Is security awareness training effective in the financial industry as employees work from home?
It is often said that the weakest link in the safety chain is the human operator, be it an employee or even a customer.
To that end, banks, credit unions, investment firms, and insurance companies have embraced “security awareness training” over the past twelve years or so with the goal of bringing their employees into the fold of cyber hygiene, to get them to be part of the solution, not the problem. In fact, nearly half of business leaders (47%) say “human error” is responsible for the breaches they have experienced, according to research by Shred-It.
In other words, financial companies conducted these awareness programs, using internal IT security personnel and external consultants, with the aim of ensuring that their employees would follow basic security practices such as using strong passwords, which they change regularly; adopt multi-factor authentication, if necessary; not share their work computer or other devices with colleagues or friends; and not use any external devices (such as their own personal mobile device or a USB key that they collect).
“It’s no surprise that security awareness training is growing in popularity, but I would bet that the unchanged or declining effectiveness of this training is due to the type of training used,” said Daniel Trauner, senior director of security at Axonius. “Everyone wants a cheap, quick-to-implement, and unique solution to the perennial problem of human behavior.”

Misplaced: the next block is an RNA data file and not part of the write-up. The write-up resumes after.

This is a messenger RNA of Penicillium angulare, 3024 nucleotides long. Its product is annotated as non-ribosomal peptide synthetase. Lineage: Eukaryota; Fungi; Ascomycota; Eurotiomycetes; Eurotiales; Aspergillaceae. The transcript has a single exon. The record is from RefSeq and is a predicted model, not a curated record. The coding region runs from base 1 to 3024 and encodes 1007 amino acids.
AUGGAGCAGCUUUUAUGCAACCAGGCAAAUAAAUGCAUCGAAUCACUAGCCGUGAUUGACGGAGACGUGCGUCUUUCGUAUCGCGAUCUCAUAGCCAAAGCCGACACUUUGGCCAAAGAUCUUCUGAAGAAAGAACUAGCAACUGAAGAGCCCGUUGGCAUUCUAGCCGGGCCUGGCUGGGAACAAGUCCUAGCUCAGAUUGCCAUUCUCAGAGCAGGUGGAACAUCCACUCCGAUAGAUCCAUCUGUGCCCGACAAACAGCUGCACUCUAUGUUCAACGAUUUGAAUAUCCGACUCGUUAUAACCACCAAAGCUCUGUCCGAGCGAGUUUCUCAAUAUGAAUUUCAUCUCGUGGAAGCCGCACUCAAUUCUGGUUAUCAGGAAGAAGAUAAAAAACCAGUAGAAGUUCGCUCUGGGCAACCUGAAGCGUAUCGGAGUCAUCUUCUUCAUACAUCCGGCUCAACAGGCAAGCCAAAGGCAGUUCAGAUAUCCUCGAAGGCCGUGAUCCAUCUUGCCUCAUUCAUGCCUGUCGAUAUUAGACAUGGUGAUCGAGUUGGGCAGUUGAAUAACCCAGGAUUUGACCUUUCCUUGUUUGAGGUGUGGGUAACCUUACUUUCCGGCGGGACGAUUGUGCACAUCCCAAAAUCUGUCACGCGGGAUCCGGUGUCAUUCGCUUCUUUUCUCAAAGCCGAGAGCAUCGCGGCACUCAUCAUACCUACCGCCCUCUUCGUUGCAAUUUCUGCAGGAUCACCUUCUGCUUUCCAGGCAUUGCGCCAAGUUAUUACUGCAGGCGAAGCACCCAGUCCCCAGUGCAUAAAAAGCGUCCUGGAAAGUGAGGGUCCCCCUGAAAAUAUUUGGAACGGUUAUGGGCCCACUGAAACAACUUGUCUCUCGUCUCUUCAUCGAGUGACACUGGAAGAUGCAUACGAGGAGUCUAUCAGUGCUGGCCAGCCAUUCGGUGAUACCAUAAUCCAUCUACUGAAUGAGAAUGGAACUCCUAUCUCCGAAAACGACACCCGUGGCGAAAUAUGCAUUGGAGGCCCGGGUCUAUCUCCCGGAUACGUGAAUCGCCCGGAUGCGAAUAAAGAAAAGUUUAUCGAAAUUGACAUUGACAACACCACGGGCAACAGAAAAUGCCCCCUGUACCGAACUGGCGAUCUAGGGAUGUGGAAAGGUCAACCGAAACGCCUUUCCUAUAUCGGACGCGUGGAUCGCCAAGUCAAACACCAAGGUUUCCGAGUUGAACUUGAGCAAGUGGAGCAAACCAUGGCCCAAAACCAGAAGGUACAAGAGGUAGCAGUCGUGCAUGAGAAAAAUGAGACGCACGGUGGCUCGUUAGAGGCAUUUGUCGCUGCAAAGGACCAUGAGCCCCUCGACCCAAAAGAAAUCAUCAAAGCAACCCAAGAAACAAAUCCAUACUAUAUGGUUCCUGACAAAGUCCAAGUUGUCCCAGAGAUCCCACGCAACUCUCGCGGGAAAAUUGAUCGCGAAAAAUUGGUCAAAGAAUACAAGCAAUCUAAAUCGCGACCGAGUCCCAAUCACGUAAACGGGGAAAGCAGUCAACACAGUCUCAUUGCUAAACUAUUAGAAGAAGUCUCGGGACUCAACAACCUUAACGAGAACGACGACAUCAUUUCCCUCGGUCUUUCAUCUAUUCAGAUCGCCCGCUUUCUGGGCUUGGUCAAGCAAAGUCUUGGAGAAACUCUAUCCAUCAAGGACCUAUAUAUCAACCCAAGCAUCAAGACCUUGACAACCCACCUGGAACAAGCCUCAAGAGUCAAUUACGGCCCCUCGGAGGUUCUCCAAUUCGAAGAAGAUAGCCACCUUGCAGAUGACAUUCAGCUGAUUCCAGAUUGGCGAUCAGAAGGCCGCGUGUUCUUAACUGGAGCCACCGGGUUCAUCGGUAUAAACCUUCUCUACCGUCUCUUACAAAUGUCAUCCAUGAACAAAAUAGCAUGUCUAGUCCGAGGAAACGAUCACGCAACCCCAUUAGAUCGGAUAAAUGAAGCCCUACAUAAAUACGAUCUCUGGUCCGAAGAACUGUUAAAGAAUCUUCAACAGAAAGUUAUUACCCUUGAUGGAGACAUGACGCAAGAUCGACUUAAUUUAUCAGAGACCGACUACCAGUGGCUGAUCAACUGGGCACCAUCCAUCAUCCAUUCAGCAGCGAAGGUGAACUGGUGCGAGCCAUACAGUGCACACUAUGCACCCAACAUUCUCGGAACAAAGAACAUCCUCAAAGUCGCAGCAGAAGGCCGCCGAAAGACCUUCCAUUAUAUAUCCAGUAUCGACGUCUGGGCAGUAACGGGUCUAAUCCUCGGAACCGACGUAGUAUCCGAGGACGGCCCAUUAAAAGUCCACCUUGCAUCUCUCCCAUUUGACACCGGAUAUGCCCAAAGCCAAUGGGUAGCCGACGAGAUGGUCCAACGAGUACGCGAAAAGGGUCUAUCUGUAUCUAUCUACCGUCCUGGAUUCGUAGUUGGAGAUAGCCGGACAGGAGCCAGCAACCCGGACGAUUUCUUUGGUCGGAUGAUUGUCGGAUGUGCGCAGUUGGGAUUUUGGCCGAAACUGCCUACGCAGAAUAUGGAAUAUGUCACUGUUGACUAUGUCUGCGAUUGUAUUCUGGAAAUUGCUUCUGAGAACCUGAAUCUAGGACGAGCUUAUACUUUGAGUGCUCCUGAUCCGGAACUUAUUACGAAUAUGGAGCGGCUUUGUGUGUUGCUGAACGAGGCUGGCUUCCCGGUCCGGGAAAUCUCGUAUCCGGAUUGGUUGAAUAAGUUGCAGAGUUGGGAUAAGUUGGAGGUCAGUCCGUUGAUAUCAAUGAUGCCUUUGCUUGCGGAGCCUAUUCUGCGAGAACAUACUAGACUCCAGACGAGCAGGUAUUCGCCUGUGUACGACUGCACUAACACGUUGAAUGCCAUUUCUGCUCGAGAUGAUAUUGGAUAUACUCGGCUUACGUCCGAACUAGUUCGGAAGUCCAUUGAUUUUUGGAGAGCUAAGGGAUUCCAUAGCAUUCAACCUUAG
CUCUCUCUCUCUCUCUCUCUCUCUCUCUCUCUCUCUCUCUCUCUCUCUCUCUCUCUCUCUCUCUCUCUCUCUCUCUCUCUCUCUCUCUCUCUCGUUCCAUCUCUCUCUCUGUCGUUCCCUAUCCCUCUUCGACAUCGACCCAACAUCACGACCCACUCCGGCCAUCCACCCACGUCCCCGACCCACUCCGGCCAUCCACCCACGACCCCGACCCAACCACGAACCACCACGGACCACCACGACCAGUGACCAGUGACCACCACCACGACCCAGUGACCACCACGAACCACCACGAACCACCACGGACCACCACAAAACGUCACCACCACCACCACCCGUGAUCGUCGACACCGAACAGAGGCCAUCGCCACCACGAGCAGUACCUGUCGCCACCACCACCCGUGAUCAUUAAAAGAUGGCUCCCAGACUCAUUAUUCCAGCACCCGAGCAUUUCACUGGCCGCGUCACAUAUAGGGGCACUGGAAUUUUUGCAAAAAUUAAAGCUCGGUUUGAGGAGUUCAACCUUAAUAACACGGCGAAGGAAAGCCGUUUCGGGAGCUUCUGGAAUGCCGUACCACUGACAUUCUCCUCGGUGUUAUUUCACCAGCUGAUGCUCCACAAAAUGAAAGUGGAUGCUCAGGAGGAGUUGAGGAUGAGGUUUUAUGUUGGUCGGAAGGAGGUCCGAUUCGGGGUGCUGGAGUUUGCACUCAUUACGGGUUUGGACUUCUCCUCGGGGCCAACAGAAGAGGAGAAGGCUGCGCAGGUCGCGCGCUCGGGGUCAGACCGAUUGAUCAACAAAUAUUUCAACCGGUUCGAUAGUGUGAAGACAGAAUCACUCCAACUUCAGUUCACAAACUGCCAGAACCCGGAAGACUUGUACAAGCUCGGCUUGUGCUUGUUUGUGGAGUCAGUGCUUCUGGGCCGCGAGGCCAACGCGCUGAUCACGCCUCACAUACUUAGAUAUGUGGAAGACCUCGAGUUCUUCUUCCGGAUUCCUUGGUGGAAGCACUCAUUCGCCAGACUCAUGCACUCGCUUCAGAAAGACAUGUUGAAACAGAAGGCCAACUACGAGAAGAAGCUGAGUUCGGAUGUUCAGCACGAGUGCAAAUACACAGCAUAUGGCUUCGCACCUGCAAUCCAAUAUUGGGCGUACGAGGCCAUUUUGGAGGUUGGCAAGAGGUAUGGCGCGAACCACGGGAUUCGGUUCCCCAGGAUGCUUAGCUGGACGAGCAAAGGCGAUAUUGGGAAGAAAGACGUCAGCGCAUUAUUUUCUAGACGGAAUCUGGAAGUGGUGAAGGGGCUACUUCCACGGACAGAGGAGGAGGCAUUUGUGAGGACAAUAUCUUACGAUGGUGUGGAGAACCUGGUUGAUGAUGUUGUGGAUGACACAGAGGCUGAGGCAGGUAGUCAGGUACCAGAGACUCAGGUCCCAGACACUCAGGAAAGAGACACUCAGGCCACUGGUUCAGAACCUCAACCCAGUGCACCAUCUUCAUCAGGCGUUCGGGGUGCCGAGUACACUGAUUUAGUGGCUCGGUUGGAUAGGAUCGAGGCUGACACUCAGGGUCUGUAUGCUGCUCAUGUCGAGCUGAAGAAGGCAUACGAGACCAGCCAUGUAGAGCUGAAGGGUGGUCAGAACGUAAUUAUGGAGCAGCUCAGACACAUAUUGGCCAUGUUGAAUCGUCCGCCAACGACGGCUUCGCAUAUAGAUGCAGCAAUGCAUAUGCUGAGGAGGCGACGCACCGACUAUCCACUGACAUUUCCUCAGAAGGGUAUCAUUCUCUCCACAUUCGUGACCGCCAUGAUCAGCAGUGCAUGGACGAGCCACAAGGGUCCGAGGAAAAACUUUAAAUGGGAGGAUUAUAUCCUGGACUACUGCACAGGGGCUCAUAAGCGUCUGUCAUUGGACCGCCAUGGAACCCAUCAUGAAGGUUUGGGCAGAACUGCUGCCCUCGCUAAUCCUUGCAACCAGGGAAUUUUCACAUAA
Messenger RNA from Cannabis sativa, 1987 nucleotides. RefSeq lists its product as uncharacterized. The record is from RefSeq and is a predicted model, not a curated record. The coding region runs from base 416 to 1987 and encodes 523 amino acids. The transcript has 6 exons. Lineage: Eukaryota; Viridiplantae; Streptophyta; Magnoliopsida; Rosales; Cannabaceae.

Much of this training comes in the form of phishing simulations or other exercises designed to trick employees, which “are both simple to implement and easy to measure,” Trauner added.
The rules can vary considerably, even within the financial sector, depending on the activities of the institution and the role of the employees themselves. However, as financial fraud has grown rapidly over the past two years (growing even faster than it had been), getting financial employees to follow the rules has been a challenge, especially in a large organization where people often work remotely. According to Trend Micro, ransomware attacks against banks increased by 1,318% last year, while cases of basic fraud increased by 238%.
Over the past two years, with so many employees working remotely full-time or part-time and the pressures brought on by the pandemic, employees have arguably become sloppy and overwhelmed. After two years of recurring lockdowns, mask-wearing and general stress, Tessian’s research found that 56% of IT security managers think employees have bad cybersecurity habits. It indicates that 1 in 3 employees believe they may engage in riskier behavior when working remotely. This, in turn, has led to unintentional – as opposed to malicious – insider risk.
According to recent research published by Code42, the financial industry does better than most industries in raising security awareness and developing insider risk programs – with more than 2 in 5 (41%) of financial firms dispensing employee data security training every week, and 19% more do it every month.
Yet the same study found that more than three-quarters (78%) of finance survey respondents believe data security training for employees should happen more often, and a full half of finance executives (50% ) think their organizations should “completely overhaul” how they do data security training.